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Page:Popular Science Monthly Volume 65.djvu/444

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440
POPULAR SCIENCE MONTHLY.

second only to those 'prize birds of passage' the Italians. They are very industrious workers and rarely become public charges, so must be given credit for the amount of work they do, even if their permanency as citizens is open to question.

The distribution of Magyars landed in 1903 is shown by the following table:

State. Number of
 Magyars.
Ratio to Total
Magyars Landed.
Pennsylvania 9,701 36 per cent.
New York 5,291 19 "
Ohio 4,489 17 "
New Jersey 3,661 13 "
Connecticut 983 3 .5 "
Illinois 760 3 "
Indiana 555 2 "
West Virginia 443 1 .5 "
All other states 1,241 5 "
Total 27,124 100 per cent.
 

Levantine Races.

From the countries bordering on the eastern end of the Mediterranean Sea we receive several thousand immigrants each year, who are so far below all others in the matter of desirability that they are in a class by themselves. This scum of the Levant includes Syrians, Armenians, Greeks and Turks.

The Greeks are the best of this rather bad lot. Some few are producers and are engaged in textile industries, many more are peddlers and push-cart men. They establish Greek quarters in large cities and are probably under the control of padroni. Often when they are examined at Ellis Island, each member of a large party of Greeks will be in possession of the same amount of American money and all tell the same story, giving evidence of having been instructed and brought out in large parties by some one who probably controls their labor here.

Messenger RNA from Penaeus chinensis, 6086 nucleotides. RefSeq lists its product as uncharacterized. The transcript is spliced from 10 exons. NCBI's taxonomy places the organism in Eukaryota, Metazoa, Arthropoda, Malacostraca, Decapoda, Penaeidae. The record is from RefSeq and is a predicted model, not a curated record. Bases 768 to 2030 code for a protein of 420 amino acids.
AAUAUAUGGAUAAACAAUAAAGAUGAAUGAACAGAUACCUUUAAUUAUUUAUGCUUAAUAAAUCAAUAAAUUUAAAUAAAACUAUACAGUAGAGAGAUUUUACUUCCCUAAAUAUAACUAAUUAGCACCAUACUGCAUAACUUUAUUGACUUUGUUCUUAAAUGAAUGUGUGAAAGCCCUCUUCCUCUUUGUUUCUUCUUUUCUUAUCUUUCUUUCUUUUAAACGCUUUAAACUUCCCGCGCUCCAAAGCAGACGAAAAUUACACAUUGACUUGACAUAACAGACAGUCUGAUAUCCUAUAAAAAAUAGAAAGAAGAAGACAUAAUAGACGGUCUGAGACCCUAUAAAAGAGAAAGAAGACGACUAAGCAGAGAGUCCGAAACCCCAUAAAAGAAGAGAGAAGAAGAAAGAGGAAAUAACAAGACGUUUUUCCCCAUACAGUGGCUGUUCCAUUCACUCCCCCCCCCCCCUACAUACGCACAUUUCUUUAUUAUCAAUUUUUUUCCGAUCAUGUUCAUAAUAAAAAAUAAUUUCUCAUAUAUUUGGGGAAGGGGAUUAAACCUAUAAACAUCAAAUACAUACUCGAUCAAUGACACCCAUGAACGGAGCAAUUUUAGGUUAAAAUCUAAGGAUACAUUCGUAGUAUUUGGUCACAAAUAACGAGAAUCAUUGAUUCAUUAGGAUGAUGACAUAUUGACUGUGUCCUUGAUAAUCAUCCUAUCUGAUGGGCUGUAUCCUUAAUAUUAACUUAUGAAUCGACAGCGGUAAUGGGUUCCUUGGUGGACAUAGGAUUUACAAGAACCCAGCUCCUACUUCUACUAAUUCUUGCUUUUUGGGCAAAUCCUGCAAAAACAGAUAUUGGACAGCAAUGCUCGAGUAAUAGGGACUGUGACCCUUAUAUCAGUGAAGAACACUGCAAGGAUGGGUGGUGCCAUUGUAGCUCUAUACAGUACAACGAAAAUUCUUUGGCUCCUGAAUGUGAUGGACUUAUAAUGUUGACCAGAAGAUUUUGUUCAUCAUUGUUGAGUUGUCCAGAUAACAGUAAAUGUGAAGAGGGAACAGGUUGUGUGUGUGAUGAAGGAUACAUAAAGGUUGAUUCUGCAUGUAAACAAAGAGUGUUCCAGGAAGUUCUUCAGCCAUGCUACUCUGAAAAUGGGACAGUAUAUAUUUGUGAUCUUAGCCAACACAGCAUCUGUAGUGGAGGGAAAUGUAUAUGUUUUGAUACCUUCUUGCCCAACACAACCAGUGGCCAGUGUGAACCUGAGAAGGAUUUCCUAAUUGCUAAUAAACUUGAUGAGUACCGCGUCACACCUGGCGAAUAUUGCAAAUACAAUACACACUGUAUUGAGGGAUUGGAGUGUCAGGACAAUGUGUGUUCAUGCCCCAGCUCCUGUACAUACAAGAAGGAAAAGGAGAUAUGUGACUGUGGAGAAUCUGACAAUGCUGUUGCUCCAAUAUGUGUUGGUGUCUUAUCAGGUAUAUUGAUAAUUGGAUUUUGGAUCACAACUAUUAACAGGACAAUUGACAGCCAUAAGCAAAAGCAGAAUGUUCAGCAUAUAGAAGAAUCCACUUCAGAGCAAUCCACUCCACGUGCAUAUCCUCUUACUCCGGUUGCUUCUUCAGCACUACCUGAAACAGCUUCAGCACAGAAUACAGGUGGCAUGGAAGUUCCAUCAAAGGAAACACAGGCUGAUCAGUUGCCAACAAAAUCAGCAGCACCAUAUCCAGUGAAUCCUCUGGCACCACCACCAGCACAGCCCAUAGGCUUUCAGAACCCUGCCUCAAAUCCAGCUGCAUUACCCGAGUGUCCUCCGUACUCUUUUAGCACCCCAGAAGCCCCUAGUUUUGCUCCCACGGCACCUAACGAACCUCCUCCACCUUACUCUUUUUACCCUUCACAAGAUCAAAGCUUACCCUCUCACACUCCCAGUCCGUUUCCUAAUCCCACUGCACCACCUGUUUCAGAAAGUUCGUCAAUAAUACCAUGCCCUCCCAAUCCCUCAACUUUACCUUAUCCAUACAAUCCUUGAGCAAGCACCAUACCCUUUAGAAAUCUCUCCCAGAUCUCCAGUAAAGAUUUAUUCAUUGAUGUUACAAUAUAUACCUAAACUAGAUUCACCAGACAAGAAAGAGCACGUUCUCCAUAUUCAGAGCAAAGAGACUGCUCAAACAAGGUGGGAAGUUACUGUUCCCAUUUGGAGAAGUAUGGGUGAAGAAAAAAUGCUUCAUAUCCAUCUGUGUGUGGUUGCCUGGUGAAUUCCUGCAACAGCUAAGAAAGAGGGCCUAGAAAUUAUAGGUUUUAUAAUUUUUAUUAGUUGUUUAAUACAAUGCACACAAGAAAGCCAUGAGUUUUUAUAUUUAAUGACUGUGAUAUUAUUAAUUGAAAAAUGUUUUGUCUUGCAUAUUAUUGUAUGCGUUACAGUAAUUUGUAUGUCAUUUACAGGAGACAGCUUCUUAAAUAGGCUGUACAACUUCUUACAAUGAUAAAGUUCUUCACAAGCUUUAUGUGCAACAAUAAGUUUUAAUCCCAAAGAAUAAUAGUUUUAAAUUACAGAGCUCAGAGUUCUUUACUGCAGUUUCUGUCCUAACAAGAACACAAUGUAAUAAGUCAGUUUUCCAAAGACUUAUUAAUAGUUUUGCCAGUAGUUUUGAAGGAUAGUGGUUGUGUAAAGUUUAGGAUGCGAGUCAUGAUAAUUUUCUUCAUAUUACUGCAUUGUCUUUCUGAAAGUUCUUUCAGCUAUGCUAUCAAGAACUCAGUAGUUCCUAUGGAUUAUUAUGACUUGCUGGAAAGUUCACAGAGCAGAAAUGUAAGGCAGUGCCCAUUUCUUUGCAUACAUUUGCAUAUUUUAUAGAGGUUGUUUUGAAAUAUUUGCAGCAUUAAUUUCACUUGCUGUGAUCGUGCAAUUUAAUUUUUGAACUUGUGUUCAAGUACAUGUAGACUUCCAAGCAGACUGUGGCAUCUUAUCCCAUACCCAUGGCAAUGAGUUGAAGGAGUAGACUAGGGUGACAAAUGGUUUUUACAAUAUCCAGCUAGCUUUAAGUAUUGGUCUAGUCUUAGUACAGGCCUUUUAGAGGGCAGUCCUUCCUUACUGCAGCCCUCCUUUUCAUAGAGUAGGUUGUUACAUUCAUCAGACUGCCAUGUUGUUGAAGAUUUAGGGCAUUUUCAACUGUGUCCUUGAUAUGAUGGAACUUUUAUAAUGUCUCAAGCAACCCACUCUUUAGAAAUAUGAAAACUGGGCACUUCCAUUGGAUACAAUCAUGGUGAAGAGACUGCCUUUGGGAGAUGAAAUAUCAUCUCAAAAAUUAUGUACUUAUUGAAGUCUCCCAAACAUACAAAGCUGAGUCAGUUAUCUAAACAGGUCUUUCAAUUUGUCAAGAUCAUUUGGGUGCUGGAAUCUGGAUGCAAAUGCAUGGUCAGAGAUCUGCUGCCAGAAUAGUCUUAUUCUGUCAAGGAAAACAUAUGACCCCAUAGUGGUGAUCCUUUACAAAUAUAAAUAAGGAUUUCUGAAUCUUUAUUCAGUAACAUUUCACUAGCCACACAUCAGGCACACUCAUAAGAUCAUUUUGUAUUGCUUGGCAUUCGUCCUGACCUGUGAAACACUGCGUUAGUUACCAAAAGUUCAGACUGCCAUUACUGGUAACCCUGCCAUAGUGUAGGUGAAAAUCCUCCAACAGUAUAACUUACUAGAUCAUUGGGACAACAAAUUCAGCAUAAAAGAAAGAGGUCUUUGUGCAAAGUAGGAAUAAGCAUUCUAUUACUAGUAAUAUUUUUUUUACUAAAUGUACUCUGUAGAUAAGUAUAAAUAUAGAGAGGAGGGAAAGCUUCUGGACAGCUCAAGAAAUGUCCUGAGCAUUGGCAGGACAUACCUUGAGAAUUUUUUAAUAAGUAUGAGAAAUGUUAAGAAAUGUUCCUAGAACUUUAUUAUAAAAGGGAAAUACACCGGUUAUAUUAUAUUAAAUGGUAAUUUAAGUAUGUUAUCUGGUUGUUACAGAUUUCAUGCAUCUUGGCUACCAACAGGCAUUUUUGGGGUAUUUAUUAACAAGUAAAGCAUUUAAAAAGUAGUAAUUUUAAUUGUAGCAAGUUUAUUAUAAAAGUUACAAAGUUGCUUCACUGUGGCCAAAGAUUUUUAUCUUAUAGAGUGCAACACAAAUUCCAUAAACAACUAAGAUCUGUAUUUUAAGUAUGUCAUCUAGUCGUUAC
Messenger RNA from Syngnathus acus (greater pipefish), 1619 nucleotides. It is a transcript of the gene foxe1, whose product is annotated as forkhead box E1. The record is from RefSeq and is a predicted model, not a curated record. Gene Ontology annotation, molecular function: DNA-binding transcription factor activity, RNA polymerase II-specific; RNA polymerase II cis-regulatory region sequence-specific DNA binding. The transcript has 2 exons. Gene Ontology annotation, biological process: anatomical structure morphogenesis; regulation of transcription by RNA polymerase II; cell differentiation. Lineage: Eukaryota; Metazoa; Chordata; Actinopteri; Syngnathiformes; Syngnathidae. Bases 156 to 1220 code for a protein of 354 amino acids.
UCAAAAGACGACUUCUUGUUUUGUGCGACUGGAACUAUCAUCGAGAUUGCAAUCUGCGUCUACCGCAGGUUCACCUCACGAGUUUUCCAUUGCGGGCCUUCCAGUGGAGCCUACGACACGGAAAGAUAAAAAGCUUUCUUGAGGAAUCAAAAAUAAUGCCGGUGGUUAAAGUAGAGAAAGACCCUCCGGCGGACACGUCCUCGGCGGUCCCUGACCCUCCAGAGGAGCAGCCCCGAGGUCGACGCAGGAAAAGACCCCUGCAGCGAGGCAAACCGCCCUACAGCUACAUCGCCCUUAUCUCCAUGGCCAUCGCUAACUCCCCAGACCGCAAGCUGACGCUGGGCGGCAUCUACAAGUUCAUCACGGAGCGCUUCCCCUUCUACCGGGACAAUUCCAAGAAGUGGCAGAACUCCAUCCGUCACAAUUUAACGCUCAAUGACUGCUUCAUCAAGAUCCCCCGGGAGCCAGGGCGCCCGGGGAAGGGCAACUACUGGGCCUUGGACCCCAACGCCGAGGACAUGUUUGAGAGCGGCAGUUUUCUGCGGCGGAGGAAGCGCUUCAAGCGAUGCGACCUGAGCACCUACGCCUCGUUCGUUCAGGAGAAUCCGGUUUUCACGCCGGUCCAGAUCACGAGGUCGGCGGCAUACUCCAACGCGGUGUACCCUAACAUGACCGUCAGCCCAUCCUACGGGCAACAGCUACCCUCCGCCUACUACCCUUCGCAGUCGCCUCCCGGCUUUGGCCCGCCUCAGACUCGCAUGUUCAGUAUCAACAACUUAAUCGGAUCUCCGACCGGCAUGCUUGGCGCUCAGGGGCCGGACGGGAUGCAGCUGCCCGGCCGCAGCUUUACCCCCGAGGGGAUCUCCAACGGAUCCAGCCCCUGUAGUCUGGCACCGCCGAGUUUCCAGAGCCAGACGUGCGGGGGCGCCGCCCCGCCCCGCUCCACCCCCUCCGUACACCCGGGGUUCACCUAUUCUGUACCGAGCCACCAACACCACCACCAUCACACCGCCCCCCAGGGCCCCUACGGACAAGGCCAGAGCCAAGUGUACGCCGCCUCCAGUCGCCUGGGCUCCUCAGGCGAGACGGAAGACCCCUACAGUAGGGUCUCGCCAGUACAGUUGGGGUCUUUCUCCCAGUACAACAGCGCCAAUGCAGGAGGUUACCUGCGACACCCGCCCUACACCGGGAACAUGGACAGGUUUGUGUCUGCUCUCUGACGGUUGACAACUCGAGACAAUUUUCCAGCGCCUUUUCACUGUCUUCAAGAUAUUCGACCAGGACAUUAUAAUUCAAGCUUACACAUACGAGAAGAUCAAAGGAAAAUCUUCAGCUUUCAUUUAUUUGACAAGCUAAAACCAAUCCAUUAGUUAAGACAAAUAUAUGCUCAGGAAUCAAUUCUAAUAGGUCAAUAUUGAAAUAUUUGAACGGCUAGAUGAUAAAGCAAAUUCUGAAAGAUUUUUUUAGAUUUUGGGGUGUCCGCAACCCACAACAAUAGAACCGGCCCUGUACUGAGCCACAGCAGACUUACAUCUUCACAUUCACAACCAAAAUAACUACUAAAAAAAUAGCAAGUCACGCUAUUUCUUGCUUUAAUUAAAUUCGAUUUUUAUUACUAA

The Syrians and Armenians are producers to a very limited extent in silk and cotton industries. The majority of Syrians and Armenians are engaged in trade, either as small shopkeepers or itinerant peddlers.

The activity of steamship agents in southeastern Europe and the establishment of a regular oriental steamship service from Marseilles to the Piraeus, Beirut and Smyrna, have had much to do with the increase in Levantine immigration. Greek immigration particularly is stimulated by the enterprising Greek population of Marseilles, who reap handsome profit from the traffic, as all these oriental immigrants are landed at Marseilles and shipped from there overland to Havre, Rotterdam or other Atlantic ports.

The Syrians and Armenians ascribe as the cause of their expatriation the rapacity and misrule of the Sultan. Well-meaning American